AS MORE consumers turn to online platforms for their daily transactions under the new normal, business leaders in Cebu called for a more systematic approach to help sellers and consumers navigate the digital payment process.

Cebu Chamber of Commerce and Industry president Felix Taguiam told SunStar Cebu that going online is the way to go to lessen the exposure to Covid-19.

“Businesses have to adapt to the new norm. The way to go is e-commerce and the internet of things. Businessmen have to adapt to technology,” he said.

Senator Win Gatchalian, on June 10, filed the Internet Transactions Act to make transactions easier and faster, and strengthen the country’s digital economy.

According to a press release, the vice chairman of the Senate committee on economic affairs filed Senate Bill (SB) 1591 or the proposed Internet Transactions Act, to make buying, selling and other transactions faster with just a tap of a finger.

Gatchalian said e-commerce provides consumers with time-saving options and access to swift delivery of goods and services. It also presents value for money because from the seller’s perspective, set-up costs are lower and operating costs are kept at a minimum.

Gatchalian said the Philippines’ e-commerce is still at its developing stage despite its estimated 76 million active internet users and high internet penetration rate of 71 percent vis-a-vis the global average of 54 percent, longer hours spent daily on the internet at 10 hours vis-a-vis a global average of six hours and 42 minutes, and high social media penetration for population aged 13+, which is 99 percent vis-a-vis the 59 percent global average.

The country’s e-commerce market remains at 1.6 percent of the gross domestic product.

For business to survive, Taguiam said it needs to be online.

But he warned that business owners have to be cautious.

“There are unscrupulous hackers and spammers who are creating havoc to the financial sector and consumers alike,” he said.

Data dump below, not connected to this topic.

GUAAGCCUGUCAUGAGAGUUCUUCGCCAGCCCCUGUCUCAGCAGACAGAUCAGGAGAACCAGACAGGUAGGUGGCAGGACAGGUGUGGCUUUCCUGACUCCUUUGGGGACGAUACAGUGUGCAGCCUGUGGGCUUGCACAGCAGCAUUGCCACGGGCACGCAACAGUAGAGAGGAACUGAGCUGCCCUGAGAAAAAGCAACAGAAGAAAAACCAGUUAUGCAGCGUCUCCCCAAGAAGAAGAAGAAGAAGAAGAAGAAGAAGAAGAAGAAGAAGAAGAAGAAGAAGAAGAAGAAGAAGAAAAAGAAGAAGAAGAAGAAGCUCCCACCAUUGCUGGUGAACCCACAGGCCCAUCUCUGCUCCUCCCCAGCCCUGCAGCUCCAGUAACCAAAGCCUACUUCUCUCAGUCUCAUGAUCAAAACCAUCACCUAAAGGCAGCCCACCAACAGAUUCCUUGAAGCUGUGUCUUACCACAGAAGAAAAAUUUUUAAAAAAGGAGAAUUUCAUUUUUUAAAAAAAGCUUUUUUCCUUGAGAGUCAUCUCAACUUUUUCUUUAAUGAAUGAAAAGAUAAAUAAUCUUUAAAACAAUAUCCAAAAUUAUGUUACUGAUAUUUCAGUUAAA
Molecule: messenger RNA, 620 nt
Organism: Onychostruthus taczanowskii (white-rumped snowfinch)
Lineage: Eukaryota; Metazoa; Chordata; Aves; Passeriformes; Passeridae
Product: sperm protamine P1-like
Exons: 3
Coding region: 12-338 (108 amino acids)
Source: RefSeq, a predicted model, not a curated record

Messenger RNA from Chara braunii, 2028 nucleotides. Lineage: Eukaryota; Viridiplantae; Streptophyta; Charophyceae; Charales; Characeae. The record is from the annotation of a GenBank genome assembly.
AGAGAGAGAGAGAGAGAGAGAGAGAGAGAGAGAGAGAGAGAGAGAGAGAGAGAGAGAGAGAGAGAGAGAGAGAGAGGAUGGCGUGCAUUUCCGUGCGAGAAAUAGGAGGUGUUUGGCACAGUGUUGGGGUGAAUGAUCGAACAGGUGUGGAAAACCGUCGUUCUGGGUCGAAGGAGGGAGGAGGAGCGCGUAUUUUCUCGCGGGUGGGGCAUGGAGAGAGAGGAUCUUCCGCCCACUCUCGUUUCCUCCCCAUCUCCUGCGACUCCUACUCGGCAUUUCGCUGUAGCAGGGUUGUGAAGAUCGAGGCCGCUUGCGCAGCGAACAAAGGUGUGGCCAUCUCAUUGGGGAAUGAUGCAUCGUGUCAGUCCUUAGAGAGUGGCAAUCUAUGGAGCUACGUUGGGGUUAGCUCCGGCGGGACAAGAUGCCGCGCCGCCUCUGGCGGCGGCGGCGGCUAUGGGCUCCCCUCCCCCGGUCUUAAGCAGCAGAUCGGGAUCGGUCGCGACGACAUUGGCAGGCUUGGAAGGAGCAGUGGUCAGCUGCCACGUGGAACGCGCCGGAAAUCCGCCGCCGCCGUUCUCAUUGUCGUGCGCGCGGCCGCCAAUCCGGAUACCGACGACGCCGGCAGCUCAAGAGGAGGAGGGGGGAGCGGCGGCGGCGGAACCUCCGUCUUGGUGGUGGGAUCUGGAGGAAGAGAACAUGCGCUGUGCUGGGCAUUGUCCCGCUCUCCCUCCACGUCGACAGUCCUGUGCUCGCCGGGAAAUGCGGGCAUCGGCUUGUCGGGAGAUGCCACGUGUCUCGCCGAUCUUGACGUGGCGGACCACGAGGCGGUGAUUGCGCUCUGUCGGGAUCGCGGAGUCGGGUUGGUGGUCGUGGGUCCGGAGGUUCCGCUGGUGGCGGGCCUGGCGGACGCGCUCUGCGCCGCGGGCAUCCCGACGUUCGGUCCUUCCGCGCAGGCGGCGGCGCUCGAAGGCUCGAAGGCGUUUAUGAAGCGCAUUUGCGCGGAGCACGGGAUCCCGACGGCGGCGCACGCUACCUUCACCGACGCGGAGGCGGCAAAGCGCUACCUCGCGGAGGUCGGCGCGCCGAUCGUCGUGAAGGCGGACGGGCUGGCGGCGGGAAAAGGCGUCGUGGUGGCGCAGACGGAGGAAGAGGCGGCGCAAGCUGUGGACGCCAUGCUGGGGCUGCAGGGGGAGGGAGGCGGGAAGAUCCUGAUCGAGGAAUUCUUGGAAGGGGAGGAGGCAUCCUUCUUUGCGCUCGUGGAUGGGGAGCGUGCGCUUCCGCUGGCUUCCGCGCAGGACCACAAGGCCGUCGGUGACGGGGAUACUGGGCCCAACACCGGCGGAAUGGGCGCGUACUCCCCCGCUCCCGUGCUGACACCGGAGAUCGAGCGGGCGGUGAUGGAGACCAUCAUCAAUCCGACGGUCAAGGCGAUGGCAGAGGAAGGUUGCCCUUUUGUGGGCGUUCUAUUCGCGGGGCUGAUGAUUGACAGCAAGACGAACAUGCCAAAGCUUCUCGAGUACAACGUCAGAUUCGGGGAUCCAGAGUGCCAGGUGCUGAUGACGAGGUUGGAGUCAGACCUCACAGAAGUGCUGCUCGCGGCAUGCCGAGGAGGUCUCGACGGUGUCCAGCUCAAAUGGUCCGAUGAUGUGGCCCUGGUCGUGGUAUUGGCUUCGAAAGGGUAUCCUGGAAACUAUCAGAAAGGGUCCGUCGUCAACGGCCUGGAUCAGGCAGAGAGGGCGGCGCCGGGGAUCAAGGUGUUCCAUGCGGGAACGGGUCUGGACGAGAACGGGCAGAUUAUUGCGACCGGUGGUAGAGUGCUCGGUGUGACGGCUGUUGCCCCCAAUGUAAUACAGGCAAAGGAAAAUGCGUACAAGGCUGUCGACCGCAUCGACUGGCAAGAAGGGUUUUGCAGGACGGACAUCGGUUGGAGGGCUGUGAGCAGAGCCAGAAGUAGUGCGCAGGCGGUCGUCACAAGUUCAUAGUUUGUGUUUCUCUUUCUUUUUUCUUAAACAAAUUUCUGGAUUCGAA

Steven Yu, president of the Mandaue Chamber of Commerce and Industry, said the regulation of the e-commerce transactions is inevitable, and the establishment of a regulatory body seemed apt.

“However, if these can be harmonized with other digital bills, so much the better. The goal is to be able to monitor, but the processes should be simpler and easier to comply with so as to encourage individuals and companies to grow this market,” he said.

Key concerns

According to Gatchalian, it is paramount to enact SB 1591 to resolve key concerns in the country’s e-commerce industry such as lack of trust, internet infrastructure, logistics infrastructure, payment mechanisms, lack of governing entity at the regional level that can fight cybercrime and settle cross-border disputes, difficulty in the process of returning products, taxation and online consumer complaints.

The Internet Transactions Act will also pave the way for the establishment of a singular office that will be given the responsibility of carrying out the provisions of this bill, ensure the implementation of Republic Act 8792 or the Electronic Commerce Act of 2000, and be the focal point in the monitoring and implementation of the Philippine e-commerce roadmap.

The Department of Trade and Industry, meanwhile, said it is committed to pushing for e-commerce growth by supporting measures that will strengthen the e-commerce law in the Philippines. In Congress, the bill is filed under House Bill (HB) 6122.

“To strengthen e-commerce in the country, the DTI is supporting the various bills related to e-commerce, particularly HB 6122 or the ‘Internet Transactions Act’ authored by Trade Committee Chair Rep. Wes Gatchalian,” Trade Secretary Ramon Lopez said.

HB 6122 seeks to establish an eCommerce Bureau that will, among others, focus on the following: promoting the development of e-commerce in the country by building trust between sellers and consumers, stronger online consumer protection, safer e-payment gateways, easier online business registration, and formulating other policies and programs to increase the number of online merchants and consumers.